Anaheim Councilwoman Natalie Rubalcava defeats recall in low-turnout election

Anaheim City Councilwoman Natalie Rubalcava poses for a portrait at Little People's Park.
Anaheim City Councilwoman Natalie Rubalcava poses for a portrait at Little People’s Park. She survived a recall election on Tuesday.
(Michael Blackshire / Los Angeles Times)

Voters rejected a call to remove Natalie Rubalcava from Anaheim City Council less than two years after she first won her seat.

Ahead of Tuesday’s special election, pro-recall banners around town dubbed the councilwoman “Rubal-cabal” in an effort to associate her with a clique of power brokers that the FBI alleged ran Anaheim in a political corruption probe that publicly surfaced in 2022 and has, so far, led to three criminal convictions.

But the message failed to persuade enough Anaheim voters who rejected the recall by a 54% to 46% margin as of Wednesday afternoon with only an estimated 103 votes left to tally, according to the Orange County Registrar of Voters.


Backed by the Orange County Labor Federation and Anaheim Resort companies, Rubalcava called initial returns “encouraging” on Tuesday night. By Wednesday, she felt confident enough in the results to thank voters for their support in defeating the recall.

“We didn’t ask for this fight, but I am so proud of the campaign that we ran,” Rubalcava said. “We knocked on tens of thousands of doors and had countless conversations with residents about how best to move Anaheim forward.”

Natalie Rubalcava faces a June 4 recall election, just 18 months after winning her seat on the Anaheim City Council. Local activists have dreamed of turning the council into one much like Santa Ana’s, stacked with progressives who put working class and immigrant residents ahead of corporations.

May 29, 2024

Unite Here Local 11, which represents hotel and convention workers in Anaheim, spearheaded the recall effort. The union spent more than $875,000 on the campaign, including work to gather more than 9,000 signatures to qualify the election on the ballot last year.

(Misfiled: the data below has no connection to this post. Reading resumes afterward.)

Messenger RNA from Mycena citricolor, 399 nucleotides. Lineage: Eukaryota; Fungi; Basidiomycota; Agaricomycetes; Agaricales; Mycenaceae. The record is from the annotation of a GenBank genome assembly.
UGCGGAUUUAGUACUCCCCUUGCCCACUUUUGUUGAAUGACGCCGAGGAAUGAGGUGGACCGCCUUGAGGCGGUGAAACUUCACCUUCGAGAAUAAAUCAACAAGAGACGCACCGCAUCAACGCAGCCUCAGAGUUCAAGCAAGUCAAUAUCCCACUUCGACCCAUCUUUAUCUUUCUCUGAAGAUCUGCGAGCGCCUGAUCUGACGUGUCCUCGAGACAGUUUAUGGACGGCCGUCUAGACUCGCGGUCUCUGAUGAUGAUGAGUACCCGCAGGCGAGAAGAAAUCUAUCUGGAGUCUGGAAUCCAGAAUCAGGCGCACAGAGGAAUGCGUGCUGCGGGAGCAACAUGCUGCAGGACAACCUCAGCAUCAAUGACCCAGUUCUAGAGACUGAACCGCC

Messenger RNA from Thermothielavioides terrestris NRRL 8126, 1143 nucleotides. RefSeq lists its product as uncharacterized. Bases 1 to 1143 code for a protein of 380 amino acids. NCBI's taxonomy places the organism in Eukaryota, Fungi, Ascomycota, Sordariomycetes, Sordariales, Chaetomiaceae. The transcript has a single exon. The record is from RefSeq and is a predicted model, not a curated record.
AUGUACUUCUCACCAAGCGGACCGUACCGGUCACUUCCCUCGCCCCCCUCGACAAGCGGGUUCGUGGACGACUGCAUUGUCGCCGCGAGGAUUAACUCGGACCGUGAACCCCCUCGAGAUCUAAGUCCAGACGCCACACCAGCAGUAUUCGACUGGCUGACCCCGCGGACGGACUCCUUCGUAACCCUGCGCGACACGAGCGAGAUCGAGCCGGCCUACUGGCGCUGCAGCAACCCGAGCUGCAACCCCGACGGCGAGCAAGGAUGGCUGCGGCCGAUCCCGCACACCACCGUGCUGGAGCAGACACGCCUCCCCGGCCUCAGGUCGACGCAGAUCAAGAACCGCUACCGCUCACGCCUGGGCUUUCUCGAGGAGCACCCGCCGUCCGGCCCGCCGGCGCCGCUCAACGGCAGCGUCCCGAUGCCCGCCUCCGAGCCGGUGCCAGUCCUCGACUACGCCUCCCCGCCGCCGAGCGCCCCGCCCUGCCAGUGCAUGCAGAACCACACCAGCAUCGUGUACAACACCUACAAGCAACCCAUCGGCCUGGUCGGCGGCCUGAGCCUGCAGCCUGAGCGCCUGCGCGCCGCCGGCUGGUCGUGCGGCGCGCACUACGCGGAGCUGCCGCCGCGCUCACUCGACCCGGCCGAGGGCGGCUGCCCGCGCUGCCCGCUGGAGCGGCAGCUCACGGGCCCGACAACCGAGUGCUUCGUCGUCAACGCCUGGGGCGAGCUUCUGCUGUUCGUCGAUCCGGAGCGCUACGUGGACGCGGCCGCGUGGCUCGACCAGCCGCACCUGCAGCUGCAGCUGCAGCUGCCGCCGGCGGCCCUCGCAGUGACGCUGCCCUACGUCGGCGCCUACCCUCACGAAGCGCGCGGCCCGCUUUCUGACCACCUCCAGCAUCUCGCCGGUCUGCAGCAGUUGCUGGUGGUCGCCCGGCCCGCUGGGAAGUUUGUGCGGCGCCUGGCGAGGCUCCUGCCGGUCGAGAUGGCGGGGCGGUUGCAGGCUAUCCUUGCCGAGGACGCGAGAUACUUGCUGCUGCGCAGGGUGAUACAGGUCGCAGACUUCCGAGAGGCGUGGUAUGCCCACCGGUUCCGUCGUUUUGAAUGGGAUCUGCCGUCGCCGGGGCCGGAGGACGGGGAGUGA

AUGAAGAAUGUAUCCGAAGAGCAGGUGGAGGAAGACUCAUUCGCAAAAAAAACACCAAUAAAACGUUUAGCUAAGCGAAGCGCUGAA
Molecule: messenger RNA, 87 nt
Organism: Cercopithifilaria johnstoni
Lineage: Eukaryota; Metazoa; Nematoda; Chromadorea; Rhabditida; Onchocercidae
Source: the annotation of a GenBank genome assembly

“The voters of Anaheim have had important conversations during this recall election about what is acceptable conduct for an elected official and who they trust in office,” said Kurt Petersen, co-president of Unite Here Local 11. “People are paying attention to the actions of politicians who get support from rich companies.”

Recall opponents spent $655,000 in defeating the effort.

Disney, which spent roughly $380,000 through independent expenditures in helping Rubalcava win election in 2022, directly donated $49,000 to oppose the recall after the councilwoman voted to approve the company’s recent $1.9-billion expansion plan, dubbed DisneylandForward.

Despite a late flurry of political spending, only 22.5% of registered voters in Anaheim’s downtown third district turned out for Tuesday’s recall election.

“The low voter turnout is an indication that the recall, pro or con, didn’t resonate with the voters,” said Jodi Balma, a political science professor at Fullerton College. “Neither side had a compelling message.”

A father and his son walk pass a historic mural in central Anaheim where voters declined to recall their council rep.
A father and his son walk pass a historic mural in central Anaheim where voters declined to recall their council rep.
(Michael Blackshire / Los Angeles Times)

Rubalcava first won election in 2022 by a wide margin and has since represented Anaheim’s most Latino, working-class district.

But less than a year into her term, she opposed Measure A, a ballot initiative supported by Unite Here Local 11 that sought to raise the minimum wage for hotel and event center workers to $25 an hour.

Rubalcava then championed a law to equip housekeepers with panic buttons, a key component of Measure A. The ballot initiative was soundly defeated by Anaheim voters in a special election last October while council passed panic buttons as a standalone law.

The councilwoman’s name also surfaced in an independent corruption report commissioned by the city in the wake of the FBI probe.

Released in July, investigators with the JL Group accused Rubalcava in the report of using contact information from an Anaheim First binder to make an unsolicited campaign call to a voter in her district. She also allegedly directed city staff to work with her former employer on a small business loan program.

Rubalcava has denied any wrongdoing following the report’s release.

A contract between Disney and the university’s nonprofit gave the company exclusive ownership of the economic impact report, which helped make the case for the DisneylandForward expansion.

May 29, 2024

Recall proponents cited the allegations in making the case for Rubalcava’s removal.

“Natalie Rubalcava sides with the same powerful business interests who have corrupted Anaheim politics, not our residents,” the recall petition read. “Independent investigators have questioned her honesty and accused her of violations of our city’s charter.”

Being the first Latina Democrat elected to Anaheim City Council, the recall caused a rift within the Democratic Party of Orange County.

Progressives critical of Disney’s influence over Anaheim largely backed the recall. Rep. Lou Correa, most of O.C.’s Democratic state senators and Assembly members and a broad cross-section of labor unions opposed it.

With 49% of registered voters in Rubalcava’s district being Democrat, the interparty strife failed to bring an overwhelming number of residents to the polls, even with the convenience of mail-in ballots.

“It doesn’t resonate with voters,” Balma said. “The political message of our polarized society is red versus blue. That is the base shortcut for voters.”